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Disable or Anonymize IP Tracking in FieldtypeComments

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For those who have the "opportunity" to deal with GDPR … and are implementing PW FieldtypeComments it's worth making a Privacy assessment.

When a visitor submits a comment, is going to visibly provide personal data: the commenter's name (or nickname) and email. 

Going a bit deeper, we can see that a cookie named CommentForm is created, it stores visitor's name and email, with session long duration. If you wish more details,  this cookie is entirely managed at javascript level in comments.js. Of course this cookie is very helpful as it pre-fills the comment form with commenter's information to speed up future comments submissions.

Let's make a step further and have a look to field_comments table inside the database. As you can see (PhpMyAdmin),  in addition to the commenter's name (cite) and email, FieldtypeComments is also tracking the commenter's IP address. Uh..! 


Should we ring an alarm bell ... and remove all the comments from our blog … ? Of course not ...

The simplest approach would be to make sure your privacy policy and cookie policy are taking into account all those aspects, including IP tracking, to make your visitors aware which personal data you process, why and for how long do you keep them. In light of that, it gets important to ask the commenter an explicit consent to personal data processing by a checkbox when submitting the comment form.

More specifically regarding IP tracking you may ask yourself if you really need to track the commenter's IP address. You should also get information if you-have-to-do-it because of your country laws.

If you concluded that you are not interested or obliged to track commenter's IP address, how to disable it ?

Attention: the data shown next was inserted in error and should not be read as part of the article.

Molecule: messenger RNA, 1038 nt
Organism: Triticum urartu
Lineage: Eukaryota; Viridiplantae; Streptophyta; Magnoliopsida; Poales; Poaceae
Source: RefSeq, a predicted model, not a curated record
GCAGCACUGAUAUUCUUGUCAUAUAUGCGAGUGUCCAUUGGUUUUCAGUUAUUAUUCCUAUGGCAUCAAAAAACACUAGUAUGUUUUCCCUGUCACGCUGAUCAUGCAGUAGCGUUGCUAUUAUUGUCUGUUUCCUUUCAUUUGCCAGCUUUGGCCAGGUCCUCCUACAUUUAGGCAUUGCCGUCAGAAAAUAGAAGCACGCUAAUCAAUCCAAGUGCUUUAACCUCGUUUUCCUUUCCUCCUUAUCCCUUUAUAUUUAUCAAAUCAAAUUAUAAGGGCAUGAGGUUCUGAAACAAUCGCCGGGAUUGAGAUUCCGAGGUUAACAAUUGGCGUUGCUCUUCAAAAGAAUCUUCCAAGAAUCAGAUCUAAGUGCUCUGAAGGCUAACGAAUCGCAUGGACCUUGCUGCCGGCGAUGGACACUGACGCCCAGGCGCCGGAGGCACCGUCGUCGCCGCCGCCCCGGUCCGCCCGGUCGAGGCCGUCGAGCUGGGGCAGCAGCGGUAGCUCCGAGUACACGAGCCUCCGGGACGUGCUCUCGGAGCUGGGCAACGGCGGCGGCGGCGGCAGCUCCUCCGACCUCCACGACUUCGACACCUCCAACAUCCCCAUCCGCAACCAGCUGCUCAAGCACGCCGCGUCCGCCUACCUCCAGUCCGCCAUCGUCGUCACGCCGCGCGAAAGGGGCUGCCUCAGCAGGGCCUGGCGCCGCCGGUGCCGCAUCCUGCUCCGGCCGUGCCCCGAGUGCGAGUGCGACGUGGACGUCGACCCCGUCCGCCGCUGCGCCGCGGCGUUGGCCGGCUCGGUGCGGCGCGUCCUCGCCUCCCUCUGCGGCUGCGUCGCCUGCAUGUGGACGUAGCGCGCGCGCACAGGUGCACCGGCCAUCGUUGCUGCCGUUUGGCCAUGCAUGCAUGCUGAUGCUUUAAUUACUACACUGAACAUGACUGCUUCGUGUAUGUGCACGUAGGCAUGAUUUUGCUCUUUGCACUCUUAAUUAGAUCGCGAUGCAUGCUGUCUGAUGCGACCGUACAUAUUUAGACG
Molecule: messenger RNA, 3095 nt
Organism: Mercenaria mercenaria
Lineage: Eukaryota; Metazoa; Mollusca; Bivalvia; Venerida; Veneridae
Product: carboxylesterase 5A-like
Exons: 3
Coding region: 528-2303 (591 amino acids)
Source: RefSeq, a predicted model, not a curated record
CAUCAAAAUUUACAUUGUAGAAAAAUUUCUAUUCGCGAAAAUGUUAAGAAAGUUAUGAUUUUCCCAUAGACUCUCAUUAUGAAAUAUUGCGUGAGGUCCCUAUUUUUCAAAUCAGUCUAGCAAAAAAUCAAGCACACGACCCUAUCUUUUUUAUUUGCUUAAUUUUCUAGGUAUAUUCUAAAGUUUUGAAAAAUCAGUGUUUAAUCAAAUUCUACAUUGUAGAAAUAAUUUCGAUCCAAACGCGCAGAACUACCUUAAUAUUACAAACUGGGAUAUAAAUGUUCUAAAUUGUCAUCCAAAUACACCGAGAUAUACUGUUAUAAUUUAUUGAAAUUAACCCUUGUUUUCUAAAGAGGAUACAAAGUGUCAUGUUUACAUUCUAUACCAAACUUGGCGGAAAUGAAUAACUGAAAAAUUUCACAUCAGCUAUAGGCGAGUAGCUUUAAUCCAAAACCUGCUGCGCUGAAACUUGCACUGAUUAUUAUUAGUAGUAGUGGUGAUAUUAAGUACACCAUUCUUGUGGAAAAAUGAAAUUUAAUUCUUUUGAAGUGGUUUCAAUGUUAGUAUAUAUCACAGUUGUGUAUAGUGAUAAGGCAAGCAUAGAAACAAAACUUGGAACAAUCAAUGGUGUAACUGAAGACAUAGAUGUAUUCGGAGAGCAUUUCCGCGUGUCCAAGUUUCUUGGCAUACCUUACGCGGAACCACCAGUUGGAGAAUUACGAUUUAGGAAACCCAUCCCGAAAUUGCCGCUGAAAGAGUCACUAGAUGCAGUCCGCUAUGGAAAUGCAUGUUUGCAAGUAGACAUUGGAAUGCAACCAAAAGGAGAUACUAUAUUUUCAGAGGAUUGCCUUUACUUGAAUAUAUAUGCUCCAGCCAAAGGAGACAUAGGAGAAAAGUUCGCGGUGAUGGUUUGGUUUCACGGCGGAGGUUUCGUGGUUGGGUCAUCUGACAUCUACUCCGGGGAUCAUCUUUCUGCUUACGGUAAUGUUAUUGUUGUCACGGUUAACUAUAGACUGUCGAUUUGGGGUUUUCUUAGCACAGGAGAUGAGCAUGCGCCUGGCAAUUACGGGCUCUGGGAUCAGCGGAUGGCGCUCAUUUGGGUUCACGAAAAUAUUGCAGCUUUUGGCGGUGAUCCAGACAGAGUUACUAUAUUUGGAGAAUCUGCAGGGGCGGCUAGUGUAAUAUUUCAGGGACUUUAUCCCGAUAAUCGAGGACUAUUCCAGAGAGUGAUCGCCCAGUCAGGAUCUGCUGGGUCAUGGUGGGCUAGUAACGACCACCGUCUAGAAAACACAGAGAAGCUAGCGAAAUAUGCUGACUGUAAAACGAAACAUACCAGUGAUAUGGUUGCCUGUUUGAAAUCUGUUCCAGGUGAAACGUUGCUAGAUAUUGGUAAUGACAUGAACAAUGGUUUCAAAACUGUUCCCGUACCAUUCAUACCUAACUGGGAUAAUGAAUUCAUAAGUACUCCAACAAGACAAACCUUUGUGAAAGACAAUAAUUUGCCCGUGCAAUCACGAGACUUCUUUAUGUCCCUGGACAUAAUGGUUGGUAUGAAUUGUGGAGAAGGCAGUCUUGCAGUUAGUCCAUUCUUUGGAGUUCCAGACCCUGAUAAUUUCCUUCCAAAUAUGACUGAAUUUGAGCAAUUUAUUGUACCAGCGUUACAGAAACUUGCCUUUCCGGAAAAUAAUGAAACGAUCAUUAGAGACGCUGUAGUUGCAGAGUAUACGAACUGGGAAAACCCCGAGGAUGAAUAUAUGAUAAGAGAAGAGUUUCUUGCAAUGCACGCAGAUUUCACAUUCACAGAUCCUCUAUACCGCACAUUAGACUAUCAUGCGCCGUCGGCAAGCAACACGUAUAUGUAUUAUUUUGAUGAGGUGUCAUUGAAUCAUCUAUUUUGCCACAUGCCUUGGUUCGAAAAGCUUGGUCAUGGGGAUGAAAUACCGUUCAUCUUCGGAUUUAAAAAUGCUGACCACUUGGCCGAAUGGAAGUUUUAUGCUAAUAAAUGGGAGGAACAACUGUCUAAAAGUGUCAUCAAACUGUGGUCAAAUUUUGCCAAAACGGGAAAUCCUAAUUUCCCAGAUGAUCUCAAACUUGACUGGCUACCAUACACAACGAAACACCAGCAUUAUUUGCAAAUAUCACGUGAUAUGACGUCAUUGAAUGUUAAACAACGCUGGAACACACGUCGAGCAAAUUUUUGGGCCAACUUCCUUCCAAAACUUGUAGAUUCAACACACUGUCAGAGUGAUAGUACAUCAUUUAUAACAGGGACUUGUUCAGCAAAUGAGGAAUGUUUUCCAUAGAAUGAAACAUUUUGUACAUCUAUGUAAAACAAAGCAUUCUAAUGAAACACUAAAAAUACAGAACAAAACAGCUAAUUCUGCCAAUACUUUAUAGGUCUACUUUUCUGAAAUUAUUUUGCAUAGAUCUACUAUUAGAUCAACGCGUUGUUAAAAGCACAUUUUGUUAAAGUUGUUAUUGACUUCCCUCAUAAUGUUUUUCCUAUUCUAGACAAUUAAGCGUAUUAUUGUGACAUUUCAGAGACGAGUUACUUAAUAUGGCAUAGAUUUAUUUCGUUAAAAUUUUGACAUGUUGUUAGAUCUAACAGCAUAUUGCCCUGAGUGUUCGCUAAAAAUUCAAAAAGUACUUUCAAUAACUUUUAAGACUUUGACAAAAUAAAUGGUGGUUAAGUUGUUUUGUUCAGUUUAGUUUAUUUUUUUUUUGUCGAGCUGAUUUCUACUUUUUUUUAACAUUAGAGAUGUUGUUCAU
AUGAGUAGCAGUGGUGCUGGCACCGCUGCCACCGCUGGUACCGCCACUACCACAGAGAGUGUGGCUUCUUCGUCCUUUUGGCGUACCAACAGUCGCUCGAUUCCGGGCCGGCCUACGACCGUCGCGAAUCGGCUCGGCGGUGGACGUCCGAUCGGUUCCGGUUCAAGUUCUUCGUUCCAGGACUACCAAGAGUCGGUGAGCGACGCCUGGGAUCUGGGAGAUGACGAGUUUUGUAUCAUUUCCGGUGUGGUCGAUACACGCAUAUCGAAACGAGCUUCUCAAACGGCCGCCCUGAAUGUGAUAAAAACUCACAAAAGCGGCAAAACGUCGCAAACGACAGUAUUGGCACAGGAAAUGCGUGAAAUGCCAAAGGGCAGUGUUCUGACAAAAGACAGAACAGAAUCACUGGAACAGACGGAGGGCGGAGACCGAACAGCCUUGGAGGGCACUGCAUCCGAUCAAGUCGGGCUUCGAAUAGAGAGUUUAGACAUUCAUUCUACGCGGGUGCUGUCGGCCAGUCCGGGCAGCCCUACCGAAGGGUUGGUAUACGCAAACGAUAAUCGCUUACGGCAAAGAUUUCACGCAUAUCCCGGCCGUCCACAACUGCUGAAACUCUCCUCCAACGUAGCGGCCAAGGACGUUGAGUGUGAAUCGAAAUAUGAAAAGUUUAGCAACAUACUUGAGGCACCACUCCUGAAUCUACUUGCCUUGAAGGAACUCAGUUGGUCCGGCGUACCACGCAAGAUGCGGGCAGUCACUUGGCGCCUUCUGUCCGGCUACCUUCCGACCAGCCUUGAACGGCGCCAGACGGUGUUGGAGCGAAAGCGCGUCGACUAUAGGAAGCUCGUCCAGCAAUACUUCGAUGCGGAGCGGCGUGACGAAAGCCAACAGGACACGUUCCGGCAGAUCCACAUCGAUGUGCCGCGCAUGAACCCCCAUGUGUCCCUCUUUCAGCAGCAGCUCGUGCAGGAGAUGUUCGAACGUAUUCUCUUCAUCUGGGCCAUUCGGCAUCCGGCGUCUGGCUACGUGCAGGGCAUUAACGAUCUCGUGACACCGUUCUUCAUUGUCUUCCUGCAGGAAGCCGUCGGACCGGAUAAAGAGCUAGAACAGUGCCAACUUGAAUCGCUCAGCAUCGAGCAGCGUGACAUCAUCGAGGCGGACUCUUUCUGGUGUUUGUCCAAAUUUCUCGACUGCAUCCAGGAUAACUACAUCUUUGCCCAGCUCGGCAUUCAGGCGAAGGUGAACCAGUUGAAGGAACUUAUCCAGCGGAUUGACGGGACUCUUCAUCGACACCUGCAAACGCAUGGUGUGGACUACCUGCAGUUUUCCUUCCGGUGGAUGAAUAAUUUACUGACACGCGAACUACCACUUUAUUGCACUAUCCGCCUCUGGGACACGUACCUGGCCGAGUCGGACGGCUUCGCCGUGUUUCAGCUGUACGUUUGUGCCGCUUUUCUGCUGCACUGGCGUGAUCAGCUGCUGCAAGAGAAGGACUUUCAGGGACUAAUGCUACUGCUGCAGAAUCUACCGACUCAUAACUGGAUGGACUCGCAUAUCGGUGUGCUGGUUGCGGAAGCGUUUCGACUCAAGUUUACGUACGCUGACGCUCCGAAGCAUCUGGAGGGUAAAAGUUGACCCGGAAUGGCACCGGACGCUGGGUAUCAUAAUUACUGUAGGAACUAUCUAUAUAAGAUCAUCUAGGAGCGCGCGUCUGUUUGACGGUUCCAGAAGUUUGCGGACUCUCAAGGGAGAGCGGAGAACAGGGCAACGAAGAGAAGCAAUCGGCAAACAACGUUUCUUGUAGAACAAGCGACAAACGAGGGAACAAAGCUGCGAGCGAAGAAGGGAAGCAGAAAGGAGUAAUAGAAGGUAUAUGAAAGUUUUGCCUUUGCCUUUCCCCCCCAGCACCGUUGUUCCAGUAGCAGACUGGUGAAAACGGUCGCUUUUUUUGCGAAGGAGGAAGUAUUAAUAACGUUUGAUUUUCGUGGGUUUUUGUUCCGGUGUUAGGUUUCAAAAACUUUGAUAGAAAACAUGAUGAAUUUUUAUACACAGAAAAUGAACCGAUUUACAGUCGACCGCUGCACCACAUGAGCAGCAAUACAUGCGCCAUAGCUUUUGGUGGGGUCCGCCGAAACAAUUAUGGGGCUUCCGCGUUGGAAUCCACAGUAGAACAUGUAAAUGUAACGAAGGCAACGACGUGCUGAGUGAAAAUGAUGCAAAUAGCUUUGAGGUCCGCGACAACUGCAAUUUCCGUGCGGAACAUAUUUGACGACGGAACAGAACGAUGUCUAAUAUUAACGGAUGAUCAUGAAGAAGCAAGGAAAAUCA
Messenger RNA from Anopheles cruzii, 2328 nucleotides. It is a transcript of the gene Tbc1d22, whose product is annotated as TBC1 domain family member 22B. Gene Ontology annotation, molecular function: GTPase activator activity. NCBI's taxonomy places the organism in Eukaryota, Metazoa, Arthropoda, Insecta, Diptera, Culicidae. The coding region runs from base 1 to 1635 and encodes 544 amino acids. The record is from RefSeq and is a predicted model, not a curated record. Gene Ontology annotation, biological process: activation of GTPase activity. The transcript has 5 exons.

Commenter's IP address is gathered in function processInput() of CommentForm.php in FieldtypeComments module.

$comment->ip = $this->wire('session')->getIP();

Unfortunately I could not find any preset option to stop it, but (... obviously!) it is sufficient to change it to:

$comment->ip = '';

However do not forget not to modify the original FieldtypeComments in wire/modules/Fieldtype/FieldtypeComments, but copy it to site/modules/FieldtypeComments. Please refer to the initial part of this tutorial for the detailed steps to duplicate the module and make PW aware of which module version to use.

An alternative to entirely disable ip tracking could be to anonymize it. 

$comment->ip = A::anonymizeIp(wire('session')->getIP());

Through the function here below. Please note, in this function I could not test if ipv6 anonymizing works as expected.

class A {
    public static function anonymizeIp(string $ip) {
        $ipv4Mask = ""; //strip last octect
        $ipv6Mask = "ffff:ffff:ffff:0000:0000:0000:0000:0000"; //strip last 80 bits
        $ipLen = strlen(inet_pton($ip));
        $ipMask = $ipLen == 4 ? $ipv4Mask : ($ipLen == 16 ? $ipv6Mask : '');
        return inet_ntop(inet_pton($ip) & inet_pton($ipMask));

And here we are! Happy Privacy to everybody !

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Thanks for the tutorial, Edison.